Missouri lawmaker hopes to shield cryptocurrency mining from state and local regulation •

Mining cryptocurrency requires enormous amounts of computing power and electricity, both to keep the digital calculations going and to cool the machines doing the work.

A legislator from St. Charles County wants to make it easier for entrepreneurs to set up their mines in Missouri, proposing legislation that prevents local governments from limiting the locations for mining operations or imposing noise restrictions tighter than those for other industries.

The bill filed by state Rep. Phil Christofanelli, a St. Peters Republican, would also bar the Missouri Public Service Commission from agreeing to set power costs for cryptomines above the rates charged to other industries.

The protections are needed, Christofanelli said Tuesday to the House Special Committee on Innovation and Technology, to foster an industry that would bring jobs and money to the Missouri economy.

“Our state should welcome this type of new and innovative currency into the marketplace,” Christofanelli said. “We just want asset miners treated like everybody else in the energy economy.”

Missouri should allow cryptomining but shouldn’t exempt it from local regulations or protect it from a PSC decision that accounts for extra costs of connecting and powering a new heavy electricity user, Michael Berg, state political director for the Sierra Club, told the committee.

“Being next to one of these operations is like constantly having a jet engine idling on a nearby tarmac,” Berg said. “Communities should be allowed to deal with that.”

Under Christofanelli’s bill, which was not voted on Tuesday, anyone in the state could set up a cryptomining operation in their home, “as long as it complies with all local noise ordinances” and those ordinances could not set a noise limit for home cryptomining more restrictive “than other limits for sound pollution.”

Local governments would have to allow cryptocurrency mining in industrial areas and the rules for noise could not be stricter than those for other industries. They would also be prohibited from changing the zoning for a cryptocurrency mine if the intent was to stop the business from operating.

In an exchange with state Rep. Bridget Walsh Moore, a St. Louis Democrat, Christofanelli said local governments could include provisions about cryptocurrency mining in a zoning ordinance but could not exclude the businesses.

“It still seems like we’re tying the hands of local government,” Walsh Moore said.

“Well, that’s what we do here in the legislature,” Christofanelli replied.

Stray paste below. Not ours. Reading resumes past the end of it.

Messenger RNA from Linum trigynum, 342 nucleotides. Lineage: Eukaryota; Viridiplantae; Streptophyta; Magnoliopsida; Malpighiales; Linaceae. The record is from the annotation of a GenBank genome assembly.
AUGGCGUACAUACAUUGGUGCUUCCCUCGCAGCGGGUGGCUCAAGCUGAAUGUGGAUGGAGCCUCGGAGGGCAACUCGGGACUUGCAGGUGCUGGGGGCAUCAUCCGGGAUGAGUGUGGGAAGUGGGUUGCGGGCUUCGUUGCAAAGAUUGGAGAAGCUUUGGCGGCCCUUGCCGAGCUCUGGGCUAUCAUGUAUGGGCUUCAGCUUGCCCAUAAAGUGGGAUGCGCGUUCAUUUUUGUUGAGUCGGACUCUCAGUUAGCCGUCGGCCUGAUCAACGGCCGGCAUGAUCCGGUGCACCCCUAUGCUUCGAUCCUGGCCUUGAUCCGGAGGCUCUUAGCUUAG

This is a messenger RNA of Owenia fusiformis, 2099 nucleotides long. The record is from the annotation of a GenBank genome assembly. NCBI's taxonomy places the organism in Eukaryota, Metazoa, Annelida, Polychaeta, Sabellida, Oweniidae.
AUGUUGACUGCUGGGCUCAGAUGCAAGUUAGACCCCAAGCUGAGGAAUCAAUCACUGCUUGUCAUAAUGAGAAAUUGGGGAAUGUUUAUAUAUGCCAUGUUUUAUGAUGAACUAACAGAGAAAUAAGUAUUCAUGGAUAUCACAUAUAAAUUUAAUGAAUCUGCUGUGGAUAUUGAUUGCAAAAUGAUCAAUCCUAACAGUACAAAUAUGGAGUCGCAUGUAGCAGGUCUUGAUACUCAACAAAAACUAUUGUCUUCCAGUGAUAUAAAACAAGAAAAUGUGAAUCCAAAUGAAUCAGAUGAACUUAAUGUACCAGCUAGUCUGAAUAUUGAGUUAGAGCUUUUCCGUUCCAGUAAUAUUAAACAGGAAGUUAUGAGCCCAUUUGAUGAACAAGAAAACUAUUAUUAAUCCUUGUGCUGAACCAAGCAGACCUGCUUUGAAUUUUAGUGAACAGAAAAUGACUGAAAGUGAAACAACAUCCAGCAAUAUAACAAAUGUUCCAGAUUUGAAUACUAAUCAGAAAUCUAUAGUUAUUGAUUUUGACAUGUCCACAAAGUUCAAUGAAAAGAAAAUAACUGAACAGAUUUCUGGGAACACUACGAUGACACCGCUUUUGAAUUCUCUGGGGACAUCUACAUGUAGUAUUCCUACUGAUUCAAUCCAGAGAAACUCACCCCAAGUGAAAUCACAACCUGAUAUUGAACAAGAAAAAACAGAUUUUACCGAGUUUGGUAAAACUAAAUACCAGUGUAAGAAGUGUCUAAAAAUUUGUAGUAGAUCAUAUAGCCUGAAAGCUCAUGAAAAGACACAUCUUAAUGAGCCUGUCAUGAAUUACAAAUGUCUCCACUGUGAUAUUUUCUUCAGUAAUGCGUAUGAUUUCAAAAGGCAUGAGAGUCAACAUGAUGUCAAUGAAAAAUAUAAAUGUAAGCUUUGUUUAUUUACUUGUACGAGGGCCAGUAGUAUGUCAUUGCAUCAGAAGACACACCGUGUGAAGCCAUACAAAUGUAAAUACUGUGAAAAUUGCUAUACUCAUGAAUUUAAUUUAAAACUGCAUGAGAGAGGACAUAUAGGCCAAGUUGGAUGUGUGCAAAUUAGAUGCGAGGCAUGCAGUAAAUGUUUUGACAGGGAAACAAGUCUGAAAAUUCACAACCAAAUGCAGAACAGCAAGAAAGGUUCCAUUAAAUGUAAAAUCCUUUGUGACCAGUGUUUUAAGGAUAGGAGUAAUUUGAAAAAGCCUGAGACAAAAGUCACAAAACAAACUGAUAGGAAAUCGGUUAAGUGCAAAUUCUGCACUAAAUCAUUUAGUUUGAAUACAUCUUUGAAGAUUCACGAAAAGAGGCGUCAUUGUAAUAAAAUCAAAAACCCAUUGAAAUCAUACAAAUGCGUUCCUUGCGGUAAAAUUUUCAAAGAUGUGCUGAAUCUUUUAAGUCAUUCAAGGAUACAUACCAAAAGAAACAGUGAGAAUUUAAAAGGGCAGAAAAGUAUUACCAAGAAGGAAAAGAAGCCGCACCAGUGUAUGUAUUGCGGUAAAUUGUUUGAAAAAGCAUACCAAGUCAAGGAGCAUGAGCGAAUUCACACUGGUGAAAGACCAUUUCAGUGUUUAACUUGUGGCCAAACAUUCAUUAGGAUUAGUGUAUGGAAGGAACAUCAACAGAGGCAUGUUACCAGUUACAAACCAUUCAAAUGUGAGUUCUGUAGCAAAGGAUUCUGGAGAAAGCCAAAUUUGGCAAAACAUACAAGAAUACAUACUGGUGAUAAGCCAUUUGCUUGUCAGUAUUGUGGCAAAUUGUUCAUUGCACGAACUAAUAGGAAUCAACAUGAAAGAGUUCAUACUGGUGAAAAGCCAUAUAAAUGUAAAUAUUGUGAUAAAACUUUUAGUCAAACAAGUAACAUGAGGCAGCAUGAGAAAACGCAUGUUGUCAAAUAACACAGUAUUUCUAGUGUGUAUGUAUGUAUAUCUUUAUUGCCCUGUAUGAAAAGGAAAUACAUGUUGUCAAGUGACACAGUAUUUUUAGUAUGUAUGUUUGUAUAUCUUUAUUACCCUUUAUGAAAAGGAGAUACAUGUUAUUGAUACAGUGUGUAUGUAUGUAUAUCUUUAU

Bitcoins, the most recognizable cryptocurrency, as well as others, are generated from what are called blockchains, invented to create secure, encrypted online documents and transactions. Completing a block is rewarded with the currency being mined.

A single computer would take several years to complete a block running the Bitcoin algorithm, but a large bank of computers can do so much more quickly. Completing a block currently earns 6.25 Bitcoins – almost $270,000 based on the Tuesday afternoon market price.

If passed, Missouri would be one of a handful of states with laws protecting cryptomining and preventing local regulation. Arkansas was the first, followed by Montana.

The New York Times, in an article published Saturday, described how residents of a home approximately 100 yards from a cryptomining facility have been driven indoors by the din of loud cooling fans required by the computers that operate around the clock.

The Times also reported that the Arkansas legislation was “written in part by the Satoshi Action Fund, a nonprofit advocacy group based in Mississippi whose co-founder worked in the Trump administration rolling back Obama-era climate policies.”

Dennis Porter,  chief executive of the Satoshi Action Fund, was the first witness in favor of Christofanelli’s bill. He said the bill would promote jobs and investment in local areas, and support privacy in market transactions.

The legislation, he said, “does not ask for special privileges. It only requests that the state allow Bitcoin and digital asset businesses to grow without fear of discrimination.”

Along with noise, large digital currency mining operations require a built-up energy supply, such as new transmission lines and substations, Berg told the committee. Regulators should not be required to spread those costs to other users in electric rates, he said.

“This is not about freedom,” Berg said. “It is about big, wealthy, crypto players who want to make it harder for the PSC to hold them accountable and protect the public.”

Asked after the hearing how local governments could regulate cryptomining operations for noise and other nuisances, Christofanelli said they could use pass ordinances to protect residences.

Most Missouri counties, however, do not have zoning laws. Their powers to pass ordinances are far more limited than municipalities, but Christofanelli said he believed there was sufficient authority to write a general noise ordinance. 

“They can regulate the level of noise,” he said. “I’ve never heard they were unable to do so.”

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